A statue of William Penn, the English Quaker credited with the founding of the Province of Pennsylvania, will remain in Philadelphia’s Welcome Park after all, a victory for common sense and a reminder of the positive power and influence of grassroots activism.

The whole fiasco began when National Park Service officials announced plans to renovate the area, bowing to pressure from indigenous representatives requesting an “expanded interpretation of the Native American history of Philadelphia.”

Welcome Park dates to 1982, the 300th anniversary of Penn’s historic founding of the territory. That land was actually given to the Penn family from King Charles II to settle a debt.

City officials have long recognized the significance of the actual plot in question on which the suddenly controversial statue has been standing for forty years. As leader of the colony, William Penn lived and worked on that spot, both writing the laws for the territory and “Charter of Privileges” which codified religious freedom for the area residents.

To be sure, William Penn was a stout and unapologetic believer in Jesus Christ. He once famously declared, “No pain, no palm; no thorns, no throne; no gall, no glory; no cross, no crown.”

Which is why progressives in the area were eager to remove his statue and try and erase any memory of what was behind the colony’s founding.

Initial plans from the Park Service suggested the renovations, including the removal of the Penn statue, would result in “a more welcoming, accurate, and inclusive experience for visitors.”

A strong contingent of citizens said otherwise.

Blitzed with intense opposition, officials reversed course declaring they had “withdrawn the review of a draft proposal to rehabilitate Welcome Park and closed the public comment period.”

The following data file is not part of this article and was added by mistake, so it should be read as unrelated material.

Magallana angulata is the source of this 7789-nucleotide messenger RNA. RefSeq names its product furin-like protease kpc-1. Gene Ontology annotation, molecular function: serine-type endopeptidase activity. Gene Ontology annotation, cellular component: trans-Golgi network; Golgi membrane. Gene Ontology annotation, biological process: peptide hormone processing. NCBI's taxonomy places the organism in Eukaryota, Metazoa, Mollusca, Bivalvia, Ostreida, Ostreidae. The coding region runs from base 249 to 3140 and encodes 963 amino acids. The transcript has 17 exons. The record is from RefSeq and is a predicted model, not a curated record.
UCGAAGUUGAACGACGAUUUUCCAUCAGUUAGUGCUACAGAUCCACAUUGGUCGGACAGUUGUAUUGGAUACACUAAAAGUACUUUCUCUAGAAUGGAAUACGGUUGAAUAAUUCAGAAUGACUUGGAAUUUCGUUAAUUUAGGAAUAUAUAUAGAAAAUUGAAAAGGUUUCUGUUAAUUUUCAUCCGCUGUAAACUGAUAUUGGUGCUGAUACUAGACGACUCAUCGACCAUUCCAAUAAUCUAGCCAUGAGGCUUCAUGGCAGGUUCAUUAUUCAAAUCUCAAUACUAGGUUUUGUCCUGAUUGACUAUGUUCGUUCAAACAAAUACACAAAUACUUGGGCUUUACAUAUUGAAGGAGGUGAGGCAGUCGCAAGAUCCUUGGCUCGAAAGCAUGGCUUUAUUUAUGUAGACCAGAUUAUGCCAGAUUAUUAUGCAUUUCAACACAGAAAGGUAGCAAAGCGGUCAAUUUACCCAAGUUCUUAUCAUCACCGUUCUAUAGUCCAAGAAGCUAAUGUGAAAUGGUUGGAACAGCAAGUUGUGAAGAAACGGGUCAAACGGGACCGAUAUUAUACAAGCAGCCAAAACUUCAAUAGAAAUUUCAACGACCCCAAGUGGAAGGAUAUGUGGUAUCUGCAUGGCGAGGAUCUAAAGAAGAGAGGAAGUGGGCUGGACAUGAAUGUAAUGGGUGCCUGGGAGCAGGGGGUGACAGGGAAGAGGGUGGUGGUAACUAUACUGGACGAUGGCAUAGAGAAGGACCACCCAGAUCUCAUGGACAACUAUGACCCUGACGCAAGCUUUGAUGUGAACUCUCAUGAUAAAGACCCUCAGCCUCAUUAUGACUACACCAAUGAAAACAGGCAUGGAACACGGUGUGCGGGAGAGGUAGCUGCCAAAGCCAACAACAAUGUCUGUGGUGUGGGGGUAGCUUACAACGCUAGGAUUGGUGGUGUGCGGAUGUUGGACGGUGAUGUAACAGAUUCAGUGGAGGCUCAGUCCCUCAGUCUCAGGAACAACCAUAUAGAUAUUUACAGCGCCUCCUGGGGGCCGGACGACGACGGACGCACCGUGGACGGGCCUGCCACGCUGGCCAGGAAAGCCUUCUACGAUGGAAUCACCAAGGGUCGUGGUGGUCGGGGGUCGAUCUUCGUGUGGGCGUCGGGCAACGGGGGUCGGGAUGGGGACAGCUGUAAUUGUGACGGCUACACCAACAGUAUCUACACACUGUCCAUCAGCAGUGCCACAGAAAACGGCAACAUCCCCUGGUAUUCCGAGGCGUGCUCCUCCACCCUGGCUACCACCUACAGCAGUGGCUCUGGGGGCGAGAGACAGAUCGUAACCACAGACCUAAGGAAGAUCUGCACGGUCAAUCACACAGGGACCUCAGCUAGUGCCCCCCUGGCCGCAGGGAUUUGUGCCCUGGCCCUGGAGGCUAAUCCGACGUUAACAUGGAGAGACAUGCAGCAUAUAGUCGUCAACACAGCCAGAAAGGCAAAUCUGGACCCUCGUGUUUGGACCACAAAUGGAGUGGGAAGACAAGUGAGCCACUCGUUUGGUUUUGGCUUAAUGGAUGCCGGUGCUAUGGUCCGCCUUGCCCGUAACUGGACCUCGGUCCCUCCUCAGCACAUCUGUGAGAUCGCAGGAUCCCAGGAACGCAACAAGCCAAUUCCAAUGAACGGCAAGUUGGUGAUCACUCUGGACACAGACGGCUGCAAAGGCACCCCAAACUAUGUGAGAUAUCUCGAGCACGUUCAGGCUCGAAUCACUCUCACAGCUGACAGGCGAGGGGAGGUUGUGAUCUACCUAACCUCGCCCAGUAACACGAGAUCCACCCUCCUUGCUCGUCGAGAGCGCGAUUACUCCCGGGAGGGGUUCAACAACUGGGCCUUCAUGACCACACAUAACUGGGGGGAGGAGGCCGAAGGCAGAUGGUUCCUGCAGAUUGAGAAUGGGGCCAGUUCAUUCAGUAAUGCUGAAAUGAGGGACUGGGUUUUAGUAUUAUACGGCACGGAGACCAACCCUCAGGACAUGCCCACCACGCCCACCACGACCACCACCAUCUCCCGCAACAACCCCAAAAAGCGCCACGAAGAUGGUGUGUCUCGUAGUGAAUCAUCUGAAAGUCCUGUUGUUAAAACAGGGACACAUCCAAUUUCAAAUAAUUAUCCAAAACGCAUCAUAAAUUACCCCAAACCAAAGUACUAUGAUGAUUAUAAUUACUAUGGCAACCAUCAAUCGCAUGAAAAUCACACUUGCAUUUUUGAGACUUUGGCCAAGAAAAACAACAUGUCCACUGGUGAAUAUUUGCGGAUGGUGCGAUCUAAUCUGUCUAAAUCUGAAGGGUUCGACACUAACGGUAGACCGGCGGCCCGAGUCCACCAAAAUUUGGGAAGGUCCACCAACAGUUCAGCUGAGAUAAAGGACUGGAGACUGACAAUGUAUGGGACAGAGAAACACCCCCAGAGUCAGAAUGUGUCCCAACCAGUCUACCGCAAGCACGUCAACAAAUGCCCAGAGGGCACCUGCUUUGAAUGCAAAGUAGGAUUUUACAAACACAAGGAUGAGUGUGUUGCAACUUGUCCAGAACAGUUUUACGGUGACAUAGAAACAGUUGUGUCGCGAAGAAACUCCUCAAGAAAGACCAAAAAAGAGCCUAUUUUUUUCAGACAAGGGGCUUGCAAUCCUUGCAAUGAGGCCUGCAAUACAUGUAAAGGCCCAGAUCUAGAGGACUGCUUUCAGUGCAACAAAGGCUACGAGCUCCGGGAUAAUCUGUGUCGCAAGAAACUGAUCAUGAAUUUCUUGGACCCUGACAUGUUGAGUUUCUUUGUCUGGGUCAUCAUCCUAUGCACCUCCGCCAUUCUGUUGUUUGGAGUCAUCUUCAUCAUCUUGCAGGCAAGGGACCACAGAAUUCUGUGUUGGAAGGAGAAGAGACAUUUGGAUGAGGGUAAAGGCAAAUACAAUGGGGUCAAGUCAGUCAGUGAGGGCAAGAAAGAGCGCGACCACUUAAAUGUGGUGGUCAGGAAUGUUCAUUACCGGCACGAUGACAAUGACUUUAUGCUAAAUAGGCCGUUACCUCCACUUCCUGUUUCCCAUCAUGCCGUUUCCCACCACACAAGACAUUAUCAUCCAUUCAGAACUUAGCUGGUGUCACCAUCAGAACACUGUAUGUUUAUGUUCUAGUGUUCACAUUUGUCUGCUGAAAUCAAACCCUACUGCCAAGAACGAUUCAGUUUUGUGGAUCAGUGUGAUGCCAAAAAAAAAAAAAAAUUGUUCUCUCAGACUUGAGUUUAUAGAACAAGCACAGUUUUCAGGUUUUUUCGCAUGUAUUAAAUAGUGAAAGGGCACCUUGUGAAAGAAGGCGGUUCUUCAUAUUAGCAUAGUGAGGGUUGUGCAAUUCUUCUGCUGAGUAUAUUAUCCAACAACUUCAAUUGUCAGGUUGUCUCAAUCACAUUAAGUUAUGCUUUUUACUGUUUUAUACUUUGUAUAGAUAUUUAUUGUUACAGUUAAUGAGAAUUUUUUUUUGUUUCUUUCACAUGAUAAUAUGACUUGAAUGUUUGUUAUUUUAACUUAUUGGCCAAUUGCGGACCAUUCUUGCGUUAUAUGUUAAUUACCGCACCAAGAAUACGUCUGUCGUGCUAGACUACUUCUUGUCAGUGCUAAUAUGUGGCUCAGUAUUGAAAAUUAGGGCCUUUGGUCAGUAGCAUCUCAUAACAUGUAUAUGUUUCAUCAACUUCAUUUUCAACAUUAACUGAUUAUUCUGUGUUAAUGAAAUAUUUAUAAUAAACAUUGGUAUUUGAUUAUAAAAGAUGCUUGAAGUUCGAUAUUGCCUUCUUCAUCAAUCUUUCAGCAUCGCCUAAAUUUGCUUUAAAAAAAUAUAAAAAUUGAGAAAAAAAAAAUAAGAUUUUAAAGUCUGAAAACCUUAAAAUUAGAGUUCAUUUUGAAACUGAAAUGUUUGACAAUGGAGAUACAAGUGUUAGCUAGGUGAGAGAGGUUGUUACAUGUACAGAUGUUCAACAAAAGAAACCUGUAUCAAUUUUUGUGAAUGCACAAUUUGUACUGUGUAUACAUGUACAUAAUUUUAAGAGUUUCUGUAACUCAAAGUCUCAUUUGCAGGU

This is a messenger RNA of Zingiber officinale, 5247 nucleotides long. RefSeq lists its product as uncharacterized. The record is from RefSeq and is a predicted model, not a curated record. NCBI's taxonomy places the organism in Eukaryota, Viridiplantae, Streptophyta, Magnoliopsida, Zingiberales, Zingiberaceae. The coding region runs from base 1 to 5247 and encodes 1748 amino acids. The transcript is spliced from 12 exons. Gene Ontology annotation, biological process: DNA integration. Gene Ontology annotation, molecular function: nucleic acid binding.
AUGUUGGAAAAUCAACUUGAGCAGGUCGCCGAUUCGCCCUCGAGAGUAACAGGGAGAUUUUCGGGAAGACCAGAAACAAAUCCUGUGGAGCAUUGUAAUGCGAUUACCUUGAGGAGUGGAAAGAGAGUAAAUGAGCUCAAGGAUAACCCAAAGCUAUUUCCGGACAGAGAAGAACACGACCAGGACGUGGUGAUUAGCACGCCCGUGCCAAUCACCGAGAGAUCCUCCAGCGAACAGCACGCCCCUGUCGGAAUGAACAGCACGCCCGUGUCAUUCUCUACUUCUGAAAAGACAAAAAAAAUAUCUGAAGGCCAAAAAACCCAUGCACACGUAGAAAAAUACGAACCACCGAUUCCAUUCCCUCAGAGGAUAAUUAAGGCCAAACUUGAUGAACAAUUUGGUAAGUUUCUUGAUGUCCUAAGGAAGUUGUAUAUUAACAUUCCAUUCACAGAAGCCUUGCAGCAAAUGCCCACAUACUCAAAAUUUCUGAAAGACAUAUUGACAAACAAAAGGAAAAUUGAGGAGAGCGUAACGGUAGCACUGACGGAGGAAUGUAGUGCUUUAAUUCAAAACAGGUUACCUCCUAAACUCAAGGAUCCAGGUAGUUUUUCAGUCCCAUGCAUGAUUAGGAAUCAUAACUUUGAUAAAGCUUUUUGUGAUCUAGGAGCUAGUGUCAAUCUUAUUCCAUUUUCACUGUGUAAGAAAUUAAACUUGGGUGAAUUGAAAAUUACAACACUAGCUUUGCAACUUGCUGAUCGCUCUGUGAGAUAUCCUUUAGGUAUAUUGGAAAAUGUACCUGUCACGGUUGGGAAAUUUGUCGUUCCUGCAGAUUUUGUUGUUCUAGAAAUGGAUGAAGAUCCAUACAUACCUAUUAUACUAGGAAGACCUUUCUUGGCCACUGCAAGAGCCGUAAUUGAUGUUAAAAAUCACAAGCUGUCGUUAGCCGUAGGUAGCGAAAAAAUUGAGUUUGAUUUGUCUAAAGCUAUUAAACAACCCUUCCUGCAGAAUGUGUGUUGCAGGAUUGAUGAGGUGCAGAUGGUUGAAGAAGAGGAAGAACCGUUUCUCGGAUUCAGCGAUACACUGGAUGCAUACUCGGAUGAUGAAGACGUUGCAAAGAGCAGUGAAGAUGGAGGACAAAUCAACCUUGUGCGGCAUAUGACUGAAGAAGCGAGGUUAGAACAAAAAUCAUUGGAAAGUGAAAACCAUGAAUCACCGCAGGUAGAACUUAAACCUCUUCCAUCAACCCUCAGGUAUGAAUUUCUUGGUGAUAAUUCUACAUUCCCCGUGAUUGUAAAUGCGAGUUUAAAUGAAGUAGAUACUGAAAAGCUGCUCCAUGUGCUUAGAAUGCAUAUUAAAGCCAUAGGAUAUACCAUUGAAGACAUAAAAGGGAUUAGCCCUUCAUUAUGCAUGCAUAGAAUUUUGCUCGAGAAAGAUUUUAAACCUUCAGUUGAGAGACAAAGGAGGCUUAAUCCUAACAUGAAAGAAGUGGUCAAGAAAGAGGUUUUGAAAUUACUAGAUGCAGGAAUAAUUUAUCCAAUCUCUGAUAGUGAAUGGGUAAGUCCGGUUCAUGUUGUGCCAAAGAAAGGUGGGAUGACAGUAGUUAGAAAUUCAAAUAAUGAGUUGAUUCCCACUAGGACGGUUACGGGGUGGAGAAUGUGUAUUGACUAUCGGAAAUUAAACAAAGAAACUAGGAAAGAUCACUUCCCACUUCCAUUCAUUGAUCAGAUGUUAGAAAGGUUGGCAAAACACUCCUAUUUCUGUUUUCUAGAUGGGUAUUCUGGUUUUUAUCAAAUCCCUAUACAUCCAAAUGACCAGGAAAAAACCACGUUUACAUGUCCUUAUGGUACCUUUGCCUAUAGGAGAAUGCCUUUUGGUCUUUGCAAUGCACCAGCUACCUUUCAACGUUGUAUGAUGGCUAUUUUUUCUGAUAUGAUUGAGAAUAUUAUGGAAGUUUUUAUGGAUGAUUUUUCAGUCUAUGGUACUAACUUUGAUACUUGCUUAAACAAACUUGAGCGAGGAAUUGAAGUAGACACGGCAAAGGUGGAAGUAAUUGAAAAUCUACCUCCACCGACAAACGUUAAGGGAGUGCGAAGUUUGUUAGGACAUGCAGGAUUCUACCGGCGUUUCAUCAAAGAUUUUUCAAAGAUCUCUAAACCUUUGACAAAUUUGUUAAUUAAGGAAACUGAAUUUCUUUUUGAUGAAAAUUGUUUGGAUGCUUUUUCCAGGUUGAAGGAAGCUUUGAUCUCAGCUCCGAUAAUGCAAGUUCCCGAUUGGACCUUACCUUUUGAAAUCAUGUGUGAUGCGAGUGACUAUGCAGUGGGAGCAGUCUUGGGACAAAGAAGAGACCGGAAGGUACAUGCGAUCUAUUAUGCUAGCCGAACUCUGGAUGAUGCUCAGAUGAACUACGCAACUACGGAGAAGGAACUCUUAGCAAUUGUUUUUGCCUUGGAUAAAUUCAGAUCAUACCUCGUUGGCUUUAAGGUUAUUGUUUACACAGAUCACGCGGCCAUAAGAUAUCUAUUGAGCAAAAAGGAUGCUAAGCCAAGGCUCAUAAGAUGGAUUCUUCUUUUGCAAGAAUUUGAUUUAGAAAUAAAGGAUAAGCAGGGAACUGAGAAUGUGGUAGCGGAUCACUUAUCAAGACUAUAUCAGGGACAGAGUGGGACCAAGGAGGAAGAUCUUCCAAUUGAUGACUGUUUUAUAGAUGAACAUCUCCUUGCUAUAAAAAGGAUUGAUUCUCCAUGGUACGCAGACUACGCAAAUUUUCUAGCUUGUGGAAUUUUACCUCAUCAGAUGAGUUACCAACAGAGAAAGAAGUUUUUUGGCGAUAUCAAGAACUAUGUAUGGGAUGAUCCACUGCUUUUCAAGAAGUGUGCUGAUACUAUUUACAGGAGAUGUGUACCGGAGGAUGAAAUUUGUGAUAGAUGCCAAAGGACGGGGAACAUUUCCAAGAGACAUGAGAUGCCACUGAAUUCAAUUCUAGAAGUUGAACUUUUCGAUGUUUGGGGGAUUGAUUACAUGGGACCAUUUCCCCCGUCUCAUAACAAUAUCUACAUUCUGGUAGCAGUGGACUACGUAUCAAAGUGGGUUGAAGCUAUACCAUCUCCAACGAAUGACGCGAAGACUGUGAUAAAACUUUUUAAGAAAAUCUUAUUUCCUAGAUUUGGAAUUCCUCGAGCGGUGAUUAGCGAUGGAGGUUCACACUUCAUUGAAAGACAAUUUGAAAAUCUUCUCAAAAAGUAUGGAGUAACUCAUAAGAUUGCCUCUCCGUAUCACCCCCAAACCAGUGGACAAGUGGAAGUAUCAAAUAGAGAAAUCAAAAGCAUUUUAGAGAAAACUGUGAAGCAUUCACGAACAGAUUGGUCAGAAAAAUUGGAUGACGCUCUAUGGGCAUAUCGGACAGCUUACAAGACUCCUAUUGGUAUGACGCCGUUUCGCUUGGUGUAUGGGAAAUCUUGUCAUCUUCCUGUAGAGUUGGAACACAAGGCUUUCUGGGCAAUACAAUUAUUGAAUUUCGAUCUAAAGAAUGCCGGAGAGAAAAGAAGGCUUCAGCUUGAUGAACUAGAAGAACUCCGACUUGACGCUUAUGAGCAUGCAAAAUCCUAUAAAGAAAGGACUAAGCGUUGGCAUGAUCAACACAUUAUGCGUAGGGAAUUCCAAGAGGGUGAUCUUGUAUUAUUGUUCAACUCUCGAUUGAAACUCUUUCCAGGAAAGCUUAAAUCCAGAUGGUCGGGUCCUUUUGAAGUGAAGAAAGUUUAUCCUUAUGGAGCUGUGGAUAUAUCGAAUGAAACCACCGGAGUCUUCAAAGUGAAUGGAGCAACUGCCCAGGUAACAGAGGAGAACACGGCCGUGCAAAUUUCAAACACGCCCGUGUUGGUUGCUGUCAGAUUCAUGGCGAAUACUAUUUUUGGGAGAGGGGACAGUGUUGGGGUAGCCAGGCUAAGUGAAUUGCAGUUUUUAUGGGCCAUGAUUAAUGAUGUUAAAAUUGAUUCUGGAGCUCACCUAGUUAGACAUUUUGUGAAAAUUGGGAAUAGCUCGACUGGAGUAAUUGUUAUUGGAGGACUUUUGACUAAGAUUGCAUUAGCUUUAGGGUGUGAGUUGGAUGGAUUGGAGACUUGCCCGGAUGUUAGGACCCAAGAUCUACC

They continued:

“The preliminary draft proposal, which was released prematurely and had not been subject to a complete internal agency review, is being retracted.  No changes to the William Penn statue are planned.”

This is what happens when patriotic and faith-filled Americans with conviction band together and speak up and speak out.

The late Senator Tom Coburn once said, “All change starts with a distant rumble at the grassroots level.”

Interestingly enough, representatives from various political ideologies are expressing their approval with some even claiming credit for the reversal.

It seems the woke agenda is increasingly unpopular and only embraced by fringe constituencies. This is why it’s critical Christian believers stand up to the bullies and refuse to back down. It might not always mean a silent majority exists to back you up, but principles are always a strong match for extremists.

Enough is enough with the statue and monument cleansing. When we attempt to erase or sanitize the past, we miss out on the many lessons that can be gleamed from the eventful, history-shaping, and imperfect lives lived before us. Not only that, but we set the bar impossibly high. By woke and hypocritical standards, only those who have an unblemished background are the ones that can be learned from and esteemed. They just don’t exist.

“Men must be governed by God or they will be ruled by tyrants,” said William Penn – a truth that has aged well in the three hundred years since the Quaker’s death.


Image from Getty.